3

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So does the "gelatin" that resulted from my slow-cooked pork have health benefits similar to gelatin from bone broth?

Answered on August 19, 2014
Created May 19, 2013 at 11:14 PM

I cooked a boneless 6lb pork shoulder roast in my slow cooker the other day. Only other ingredients in the crock were sliced onions and an herb/spice/salt dry rub (no liquid was added).

After 10 hours of cooking, the result was some delicious pulled pork, and about 30 oz of liquid. I poured the liquid into glass containers and refrigerated them. After a day in the fridge, the liquid has turned into some beautiful THICK, dark brown, jiggly gelatin.

My question is, is this gelatin similar to the gelatin that's made from bone broth, in terms of health benefits? Ie, is it a rich source of proline and glycine? (http://www.westonaprice.org/food-features/why-broth-is-beautiful)

Should I heat it up and drink it, or is it not really worth it?

EDIT: just remembered- the roast came with a huge layer of skin on top, so I guess that accounts for the gelatin?

9c4ba98a3b480408bcf207f558fe659b

(355)

on May 20, 2013
at 12:03 PM

I think Chris Masterjohn's posts on glycine have much to do with its popularity. He recommends glycine rich foods as a bulwark against high muscle meat (thus high methionine) diets.

32f5749fa6cf7adbeb0b0b031ba82b46

(41757)

on May 20, 2013
at 11:43 AM

But Glutamine is everywhere...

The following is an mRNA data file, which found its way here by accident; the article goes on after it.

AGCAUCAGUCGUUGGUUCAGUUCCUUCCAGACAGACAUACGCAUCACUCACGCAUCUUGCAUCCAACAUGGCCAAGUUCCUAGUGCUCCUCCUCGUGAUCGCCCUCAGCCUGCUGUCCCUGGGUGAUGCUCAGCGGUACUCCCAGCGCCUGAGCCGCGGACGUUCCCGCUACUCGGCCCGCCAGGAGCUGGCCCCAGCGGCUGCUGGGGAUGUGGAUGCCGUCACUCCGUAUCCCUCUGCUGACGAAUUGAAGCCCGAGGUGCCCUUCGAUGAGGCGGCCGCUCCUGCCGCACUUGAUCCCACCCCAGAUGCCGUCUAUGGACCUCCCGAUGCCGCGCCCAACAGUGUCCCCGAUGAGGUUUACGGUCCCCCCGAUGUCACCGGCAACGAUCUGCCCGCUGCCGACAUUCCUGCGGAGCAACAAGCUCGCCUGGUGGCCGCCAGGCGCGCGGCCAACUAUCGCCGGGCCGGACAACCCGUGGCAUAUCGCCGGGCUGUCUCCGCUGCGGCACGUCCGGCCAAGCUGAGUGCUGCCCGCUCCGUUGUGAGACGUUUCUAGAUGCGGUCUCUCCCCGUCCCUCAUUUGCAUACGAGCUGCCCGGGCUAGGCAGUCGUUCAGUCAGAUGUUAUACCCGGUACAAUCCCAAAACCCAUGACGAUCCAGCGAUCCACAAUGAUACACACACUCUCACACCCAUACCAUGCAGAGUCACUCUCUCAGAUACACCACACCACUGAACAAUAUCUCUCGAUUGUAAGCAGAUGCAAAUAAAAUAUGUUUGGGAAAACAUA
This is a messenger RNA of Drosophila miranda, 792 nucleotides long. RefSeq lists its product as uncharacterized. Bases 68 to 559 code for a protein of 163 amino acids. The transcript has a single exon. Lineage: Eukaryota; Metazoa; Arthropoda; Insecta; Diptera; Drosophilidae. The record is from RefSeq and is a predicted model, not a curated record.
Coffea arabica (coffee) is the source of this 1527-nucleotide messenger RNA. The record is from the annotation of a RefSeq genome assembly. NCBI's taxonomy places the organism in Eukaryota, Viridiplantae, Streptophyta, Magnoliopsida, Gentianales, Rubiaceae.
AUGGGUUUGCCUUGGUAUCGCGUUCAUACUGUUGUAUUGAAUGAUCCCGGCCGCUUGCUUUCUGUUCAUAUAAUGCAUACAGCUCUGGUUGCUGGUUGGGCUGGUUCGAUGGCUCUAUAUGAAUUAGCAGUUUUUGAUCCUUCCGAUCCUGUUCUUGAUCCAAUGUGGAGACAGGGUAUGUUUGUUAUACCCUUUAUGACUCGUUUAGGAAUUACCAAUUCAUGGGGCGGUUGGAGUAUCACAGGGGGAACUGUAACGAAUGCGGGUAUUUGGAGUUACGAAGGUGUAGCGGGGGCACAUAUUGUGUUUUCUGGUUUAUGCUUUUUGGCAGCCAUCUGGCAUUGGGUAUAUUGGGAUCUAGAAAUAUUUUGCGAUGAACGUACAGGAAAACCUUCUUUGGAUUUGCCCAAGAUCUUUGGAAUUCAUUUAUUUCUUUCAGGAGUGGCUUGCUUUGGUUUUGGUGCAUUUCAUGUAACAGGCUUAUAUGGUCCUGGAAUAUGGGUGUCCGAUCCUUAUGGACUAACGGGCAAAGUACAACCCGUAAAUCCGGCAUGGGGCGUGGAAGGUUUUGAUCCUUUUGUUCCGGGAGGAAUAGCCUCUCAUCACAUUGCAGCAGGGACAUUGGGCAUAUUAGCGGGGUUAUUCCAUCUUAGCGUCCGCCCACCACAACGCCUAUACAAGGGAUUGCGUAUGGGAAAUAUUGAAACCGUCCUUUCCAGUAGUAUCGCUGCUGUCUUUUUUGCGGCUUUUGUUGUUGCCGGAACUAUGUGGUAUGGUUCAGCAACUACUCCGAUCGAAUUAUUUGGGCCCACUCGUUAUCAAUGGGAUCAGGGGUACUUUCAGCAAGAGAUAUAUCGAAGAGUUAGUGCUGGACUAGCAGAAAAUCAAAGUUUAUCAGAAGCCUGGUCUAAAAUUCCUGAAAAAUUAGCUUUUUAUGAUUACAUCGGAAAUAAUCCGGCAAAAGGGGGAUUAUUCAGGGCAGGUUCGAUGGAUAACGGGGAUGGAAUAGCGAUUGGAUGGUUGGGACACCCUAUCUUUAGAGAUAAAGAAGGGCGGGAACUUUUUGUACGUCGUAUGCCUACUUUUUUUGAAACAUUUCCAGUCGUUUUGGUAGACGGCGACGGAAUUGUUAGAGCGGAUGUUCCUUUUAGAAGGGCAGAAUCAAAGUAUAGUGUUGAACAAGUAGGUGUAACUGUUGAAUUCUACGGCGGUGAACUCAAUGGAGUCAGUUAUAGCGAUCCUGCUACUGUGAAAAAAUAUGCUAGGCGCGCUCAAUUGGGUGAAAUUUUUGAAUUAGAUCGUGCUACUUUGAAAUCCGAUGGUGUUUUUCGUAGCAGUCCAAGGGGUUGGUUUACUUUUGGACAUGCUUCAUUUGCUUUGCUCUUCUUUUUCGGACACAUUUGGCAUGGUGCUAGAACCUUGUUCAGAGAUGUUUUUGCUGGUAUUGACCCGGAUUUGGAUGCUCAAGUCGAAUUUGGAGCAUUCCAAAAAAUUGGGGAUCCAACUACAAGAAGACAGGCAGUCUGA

96440612cf0fcf366bf5ad8f776fca84

(19413)

on May 20, 2013
at 11:09 AM

That's because glycine, like L-Glutamine, helps heal leaky guts, and it's really cool wiggling it.

32f5749fa6cf7adbeb0b0b031ba82b46

(41757)

on May 20, 2013
at 03:11 AM

@moonablaze, slow roast pork is delicious.

Cb9a270955e2c277a02c4a4b5dad10b5

(10989)

on May 20, 2013
at 01:58 AM

I still think there's something to foods with hydrophilic properties. Gelatin being one, soluble fiber being another.

F15e0bae42dbf0b8cfc71e62902497b4

(2036)

on May 20, 2013
at 01:43 AM

but gelatin is delicious.

Cb9a270955e2c277a02c4a4b5dad10b5

(10989)

on May 20, 2013
at 12:45 AM

Probably yea .

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2 Answers

1
32f5749fa6cf7adbeb0b0b031ba82b46

(41757)

on May 20, 2013
at 01:31 AM

Gelatin is gelatin. Gelatin is hydrolyzed collagen, which is present in muscle meat. I have no idea why folks think that gelatin is some magical source of precious amino acids, the primary components of collagen are glycine and proline, both NON-essential amino acids, we make them ourselves. Not to mention that any meat is likely a richer source of protein/amino acids than any bone broth.

Bone broth is there for the mineral content and even that I'm not sure is all that magical.

Wikipedia says that collagen constitutes up to 6% of muscle.

Cb9a270955e2c277a02c4a4b5dad10b5

(10989)

on May 20, 2013
at 01:58 AM

I still think there's something to foods with hydrophilic properties. Gelatin being one, soluble fiber being another.

32f5749fa6cf7adbeb0b0b031ba82b46

(41757)

on May 20, 2013
at 11:43 AM

But Glutamine is everywhere...

9c4ba98a3b480408bcf207f558fe659b

(355)

on May 20, 2013
at 12:03 PM

I think Chris Masterjohn's posts on glycine have much to do with its popularity. He recommends glycine rich foods as a bulwark against high muscle meat (thus high methionine) diets.

96440612cf0fcf366bf5ad8f776fca84

(19413)

on May 20, 2013
at 11:09 AM

That's because glycine, like L-Glutamine, helps heal leaky guts, and it's really cool wiggling it.

F15e0bae42dbf0b8cfc71e62902497b4

(2036)

on May 20, 2013
at 01:43 AM

but gelatin is delicious.

32f5749fa6cf7adbeb0b0b031ba82b46

(41757)

on May 20, 2013
at 03:11 AM

@moonablaze, slow roast pork is delicious.

1
089dd41b18fbb95ebb5347cded708d98

(5635)

on May 20, 2013
at 12:11 AM

i always save the fat and cook my veggies in it. never waste it. i'm sure it still has the same health benefits since it is basically the same thing as bone broth- just without all the added water.

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